Gastrointestinal Symptoms Profile in Pediatric Patients with Gastroparesis Compared to Healthy Controls

Liz Febo-Rodriguez, Bruno P. Chumpitazi, Salma Musaad, Andrew C. Sher, James W. Varni, Robert J. Shulman

Research output: Contribution to journalArticlepeer-review

Abstract

Objectives: The primary objective was to compare the patient-reported gastrointestinal symptoms profiles of pediatric patients with gastroparesis to matched healthy controls using the Pediatric Quality of Life Inventory™ (PedsQL™) Gastrointestinal Symptoms Scales. The secondary objectives were to compare pediatric patients with gastroparesis to pediatric patients with gastroparesis-like symptoms and normal gastric emptying and to compare pediatric patients with gastroparesis-like symptoms and normal gastric emptying to matched healthy controls. Methods: The PedsQL™ Gastrointestinal Symptoms Scales were completed by 64 pediatric patients with gastroparesis, 59 pediatric patients with gastroparesis-like symptoms and normal gastric emptying, and 200 age, gender, and race/ethnicity matched healthy controls. The PedsQL™ Gastrointestinal Symptoms Scales encompass 10 individual multi-item scales which measure stomach pain, stomach discomfort when eating, food and drink limits, trouble swallowing, heartburn and reflux, nausea and vomiting, gas and bloating, constipation, blood in poop, and diarrhea/fecal incontinence. Based on gastric emptying scintigraphy testing, those with abnormal gastric retention were classified as having gastroparesis. Results: The gastrointestinal symptoms profile analysis identified large differences between those with gastroparesis compared to healthy controls (most P<0.001), with the largest effect sizes for upper gastrointestinal symptoms including stomach pain, stomach discomfort when eating, food and drink limits, nausea, and vomiting. Those with gastroparesis self-reported similar gastrointestinal symptoms to those with normal gastric emptying, except for increased constipation. Conclusions: Pediatric patients with gastroparesis self-reported broad multidimensional gastrointestinal symptoms profiles in comparison to healthy controls with large differences, indicating the critical need for more highly efficacious interventions to bring patient functioning within the normal range of healthy functioning.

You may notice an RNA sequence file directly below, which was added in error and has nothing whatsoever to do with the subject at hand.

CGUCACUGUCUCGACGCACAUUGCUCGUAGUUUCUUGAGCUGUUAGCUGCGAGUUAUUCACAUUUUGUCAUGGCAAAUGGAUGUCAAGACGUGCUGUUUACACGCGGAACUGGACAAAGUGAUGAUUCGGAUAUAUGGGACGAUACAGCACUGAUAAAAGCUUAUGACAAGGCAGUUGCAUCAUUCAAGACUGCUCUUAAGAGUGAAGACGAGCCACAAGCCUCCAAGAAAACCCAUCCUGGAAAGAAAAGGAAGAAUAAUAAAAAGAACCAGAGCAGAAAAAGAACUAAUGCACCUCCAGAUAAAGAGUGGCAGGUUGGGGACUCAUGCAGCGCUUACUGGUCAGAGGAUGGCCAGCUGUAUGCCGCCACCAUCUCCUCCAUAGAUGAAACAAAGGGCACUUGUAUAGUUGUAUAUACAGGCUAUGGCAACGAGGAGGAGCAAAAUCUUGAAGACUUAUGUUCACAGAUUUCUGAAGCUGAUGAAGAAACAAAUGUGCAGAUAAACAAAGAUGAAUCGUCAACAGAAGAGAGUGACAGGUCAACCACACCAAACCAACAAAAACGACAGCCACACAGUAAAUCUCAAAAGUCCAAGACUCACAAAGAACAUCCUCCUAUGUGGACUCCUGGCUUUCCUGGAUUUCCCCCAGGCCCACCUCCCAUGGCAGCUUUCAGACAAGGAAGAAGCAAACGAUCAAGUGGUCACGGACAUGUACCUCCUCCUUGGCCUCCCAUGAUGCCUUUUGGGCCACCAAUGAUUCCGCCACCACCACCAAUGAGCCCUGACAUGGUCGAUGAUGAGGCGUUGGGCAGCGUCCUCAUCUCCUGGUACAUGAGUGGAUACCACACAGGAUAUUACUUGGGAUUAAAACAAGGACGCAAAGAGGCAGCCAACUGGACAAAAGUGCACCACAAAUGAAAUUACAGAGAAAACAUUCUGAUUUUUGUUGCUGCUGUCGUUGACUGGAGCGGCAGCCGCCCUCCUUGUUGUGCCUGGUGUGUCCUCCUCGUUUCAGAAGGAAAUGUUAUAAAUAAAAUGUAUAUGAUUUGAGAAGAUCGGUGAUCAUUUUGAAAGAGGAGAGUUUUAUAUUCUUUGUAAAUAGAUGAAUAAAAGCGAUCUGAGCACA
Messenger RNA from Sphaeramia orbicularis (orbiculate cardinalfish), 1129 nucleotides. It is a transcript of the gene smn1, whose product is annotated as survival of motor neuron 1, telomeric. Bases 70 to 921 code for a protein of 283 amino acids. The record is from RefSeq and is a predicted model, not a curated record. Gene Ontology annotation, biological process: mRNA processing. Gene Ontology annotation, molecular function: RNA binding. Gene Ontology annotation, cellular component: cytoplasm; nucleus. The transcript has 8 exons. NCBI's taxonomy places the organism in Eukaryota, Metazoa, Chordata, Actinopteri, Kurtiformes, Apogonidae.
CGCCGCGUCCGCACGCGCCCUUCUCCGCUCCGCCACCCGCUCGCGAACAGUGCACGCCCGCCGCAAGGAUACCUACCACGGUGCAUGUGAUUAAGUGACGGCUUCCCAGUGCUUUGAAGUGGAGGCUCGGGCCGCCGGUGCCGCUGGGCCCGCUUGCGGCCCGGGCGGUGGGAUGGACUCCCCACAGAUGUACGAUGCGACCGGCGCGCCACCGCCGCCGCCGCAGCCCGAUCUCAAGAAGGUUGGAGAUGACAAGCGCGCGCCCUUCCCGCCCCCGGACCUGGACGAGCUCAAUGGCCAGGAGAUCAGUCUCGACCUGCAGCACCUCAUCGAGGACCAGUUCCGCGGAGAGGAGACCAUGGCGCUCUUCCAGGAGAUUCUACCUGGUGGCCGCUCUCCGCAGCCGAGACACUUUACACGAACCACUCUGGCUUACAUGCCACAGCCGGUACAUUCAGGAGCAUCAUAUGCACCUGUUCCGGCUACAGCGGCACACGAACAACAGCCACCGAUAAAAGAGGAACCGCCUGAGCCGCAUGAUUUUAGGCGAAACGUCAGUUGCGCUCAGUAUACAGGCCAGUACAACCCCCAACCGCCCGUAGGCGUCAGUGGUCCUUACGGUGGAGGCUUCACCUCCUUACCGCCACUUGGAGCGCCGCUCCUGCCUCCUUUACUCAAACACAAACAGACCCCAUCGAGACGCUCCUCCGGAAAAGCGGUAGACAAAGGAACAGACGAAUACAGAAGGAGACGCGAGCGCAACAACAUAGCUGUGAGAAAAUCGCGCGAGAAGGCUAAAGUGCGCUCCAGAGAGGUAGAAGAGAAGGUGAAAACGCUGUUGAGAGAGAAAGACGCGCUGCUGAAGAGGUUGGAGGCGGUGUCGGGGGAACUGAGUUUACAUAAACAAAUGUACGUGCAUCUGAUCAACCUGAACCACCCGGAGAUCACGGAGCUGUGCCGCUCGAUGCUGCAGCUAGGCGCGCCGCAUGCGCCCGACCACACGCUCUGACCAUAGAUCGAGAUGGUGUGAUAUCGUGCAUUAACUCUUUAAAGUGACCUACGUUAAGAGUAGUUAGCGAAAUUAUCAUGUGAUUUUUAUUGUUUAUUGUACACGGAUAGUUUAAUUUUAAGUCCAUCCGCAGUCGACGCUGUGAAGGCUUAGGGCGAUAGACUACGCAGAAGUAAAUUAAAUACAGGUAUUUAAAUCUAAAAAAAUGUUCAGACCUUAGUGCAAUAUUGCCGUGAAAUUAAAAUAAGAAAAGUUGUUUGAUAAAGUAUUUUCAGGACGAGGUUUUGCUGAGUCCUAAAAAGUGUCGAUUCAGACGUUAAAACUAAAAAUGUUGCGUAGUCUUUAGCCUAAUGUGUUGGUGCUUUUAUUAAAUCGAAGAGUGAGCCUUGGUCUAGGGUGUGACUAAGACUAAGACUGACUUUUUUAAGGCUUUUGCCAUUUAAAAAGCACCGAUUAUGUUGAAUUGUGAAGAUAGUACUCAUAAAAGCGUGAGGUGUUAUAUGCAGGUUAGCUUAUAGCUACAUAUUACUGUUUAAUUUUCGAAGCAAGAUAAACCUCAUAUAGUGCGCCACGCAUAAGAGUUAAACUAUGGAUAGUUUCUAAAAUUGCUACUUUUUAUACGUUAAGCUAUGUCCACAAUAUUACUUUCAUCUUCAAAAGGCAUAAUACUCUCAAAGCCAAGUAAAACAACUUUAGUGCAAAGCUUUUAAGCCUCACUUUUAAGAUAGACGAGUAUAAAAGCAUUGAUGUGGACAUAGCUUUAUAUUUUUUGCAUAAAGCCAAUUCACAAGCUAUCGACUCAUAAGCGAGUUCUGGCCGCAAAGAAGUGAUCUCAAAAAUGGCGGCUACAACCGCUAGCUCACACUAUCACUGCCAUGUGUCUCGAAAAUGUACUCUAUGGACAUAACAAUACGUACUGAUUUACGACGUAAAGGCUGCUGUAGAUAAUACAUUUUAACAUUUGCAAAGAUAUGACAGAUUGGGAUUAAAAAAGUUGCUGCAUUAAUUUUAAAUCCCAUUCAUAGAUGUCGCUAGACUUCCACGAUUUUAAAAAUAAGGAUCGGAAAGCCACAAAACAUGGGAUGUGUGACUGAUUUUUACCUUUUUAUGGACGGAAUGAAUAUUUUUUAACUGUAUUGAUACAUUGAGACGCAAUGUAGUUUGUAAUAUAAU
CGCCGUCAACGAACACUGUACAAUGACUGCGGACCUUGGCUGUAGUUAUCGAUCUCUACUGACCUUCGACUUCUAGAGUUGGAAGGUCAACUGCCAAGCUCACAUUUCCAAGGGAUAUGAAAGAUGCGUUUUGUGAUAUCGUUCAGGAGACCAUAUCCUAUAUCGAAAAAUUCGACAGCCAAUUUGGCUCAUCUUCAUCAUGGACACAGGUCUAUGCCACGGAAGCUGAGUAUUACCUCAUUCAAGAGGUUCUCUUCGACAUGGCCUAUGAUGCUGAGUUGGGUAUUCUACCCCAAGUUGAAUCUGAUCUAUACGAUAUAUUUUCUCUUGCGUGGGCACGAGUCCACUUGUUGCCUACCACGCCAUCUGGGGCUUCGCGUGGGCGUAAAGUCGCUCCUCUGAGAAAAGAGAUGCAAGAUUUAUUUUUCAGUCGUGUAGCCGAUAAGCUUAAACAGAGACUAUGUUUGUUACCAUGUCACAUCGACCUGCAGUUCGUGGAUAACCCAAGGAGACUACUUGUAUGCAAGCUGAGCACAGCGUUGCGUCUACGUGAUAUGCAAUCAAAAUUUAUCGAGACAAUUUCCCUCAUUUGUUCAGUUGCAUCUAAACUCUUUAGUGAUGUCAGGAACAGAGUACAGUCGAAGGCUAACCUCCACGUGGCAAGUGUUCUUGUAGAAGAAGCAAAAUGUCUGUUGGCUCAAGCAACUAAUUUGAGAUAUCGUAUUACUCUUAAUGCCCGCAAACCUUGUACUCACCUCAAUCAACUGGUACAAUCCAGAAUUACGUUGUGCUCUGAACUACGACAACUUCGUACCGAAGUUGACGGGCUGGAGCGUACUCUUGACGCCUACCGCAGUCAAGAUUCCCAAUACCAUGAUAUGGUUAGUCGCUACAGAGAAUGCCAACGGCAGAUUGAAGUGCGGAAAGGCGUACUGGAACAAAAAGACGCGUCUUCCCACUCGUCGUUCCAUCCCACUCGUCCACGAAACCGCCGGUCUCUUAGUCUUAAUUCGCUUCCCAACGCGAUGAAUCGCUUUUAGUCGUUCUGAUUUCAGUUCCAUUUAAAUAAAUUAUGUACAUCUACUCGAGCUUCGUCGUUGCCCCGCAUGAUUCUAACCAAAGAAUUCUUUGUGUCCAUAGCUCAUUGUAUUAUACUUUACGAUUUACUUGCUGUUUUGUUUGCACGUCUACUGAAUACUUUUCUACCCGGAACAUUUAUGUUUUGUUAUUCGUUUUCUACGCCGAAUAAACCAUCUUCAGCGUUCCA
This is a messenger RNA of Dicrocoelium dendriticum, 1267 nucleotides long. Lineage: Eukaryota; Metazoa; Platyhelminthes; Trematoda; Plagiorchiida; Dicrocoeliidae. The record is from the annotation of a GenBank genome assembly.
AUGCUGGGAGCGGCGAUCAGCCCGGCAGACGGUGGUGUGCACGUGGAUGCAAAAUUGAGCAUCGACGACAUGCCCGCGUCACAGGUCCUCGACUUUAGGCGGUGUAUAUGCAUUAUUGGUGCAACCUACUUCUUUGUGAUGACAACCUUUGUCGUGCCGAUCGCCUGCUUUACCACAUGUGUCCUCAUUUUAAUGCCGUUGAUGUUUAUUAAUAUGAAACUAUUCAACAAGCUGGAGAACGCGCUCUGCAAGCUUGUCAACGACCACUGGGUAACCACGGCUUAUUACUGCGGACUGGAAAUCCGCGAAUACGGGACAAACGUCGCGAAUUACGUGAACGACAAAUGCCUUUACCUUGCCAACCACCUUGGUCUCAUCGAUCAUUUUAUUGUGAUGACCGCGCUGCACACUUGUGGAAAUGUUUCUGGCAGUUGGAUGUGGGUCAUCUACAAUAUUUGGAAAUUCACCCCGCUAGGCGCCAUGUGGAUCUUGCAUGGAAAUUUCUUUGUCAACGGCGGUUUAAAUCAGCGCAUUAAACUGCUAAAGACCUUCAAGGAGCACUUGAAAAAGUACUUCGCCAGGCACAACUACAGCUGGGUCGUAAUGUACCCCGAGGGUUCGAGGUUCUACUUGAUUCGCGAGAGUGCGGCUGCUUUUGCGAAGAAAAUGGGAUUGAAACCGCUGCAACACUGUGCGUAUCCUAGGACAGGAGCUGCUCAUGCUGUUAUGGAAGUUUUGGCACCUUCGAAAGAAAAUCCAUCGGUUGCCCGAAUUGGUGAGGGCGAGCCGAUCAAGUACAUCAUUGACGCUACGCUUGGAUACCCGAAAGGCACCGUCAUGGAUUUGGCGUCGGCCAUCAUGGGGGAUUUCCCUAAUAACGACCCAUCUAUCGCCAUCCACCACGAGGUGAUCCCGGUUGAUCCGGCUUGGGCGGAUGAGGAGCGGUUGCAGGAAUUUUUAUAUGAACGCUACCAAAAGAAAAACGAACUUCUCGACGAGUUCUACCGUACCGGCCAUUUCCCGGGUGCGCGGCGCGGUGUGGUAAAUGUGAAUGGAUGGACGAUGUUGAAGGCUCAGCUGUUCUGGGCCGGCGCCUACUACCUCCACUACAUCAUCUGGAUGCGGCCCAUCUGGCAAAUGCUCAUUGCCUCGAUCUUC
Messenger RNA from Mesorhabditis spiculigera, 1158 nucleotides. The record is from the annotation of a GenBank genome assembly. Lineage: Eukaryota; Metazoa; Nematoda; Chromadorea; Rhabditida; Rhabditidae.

Original languageEnglish (US)
Pages (from-to)151-158
Number of pages8
JournalJournal of Pediatric Gastroenterology and Nutrition
Volume75
Issue number2
DOIs
StatePublished - Aug 1 2022
Externally publishedYes

Keywords

  • gastric emptying scintigraphy
  • gastroparesis
  • patient-reported outcomes
  • PedsQL
  • symptoms

ASJC Scopus subject areas

  • Pediatrics, Perinatology, and Child Health
  • Gastroenterology

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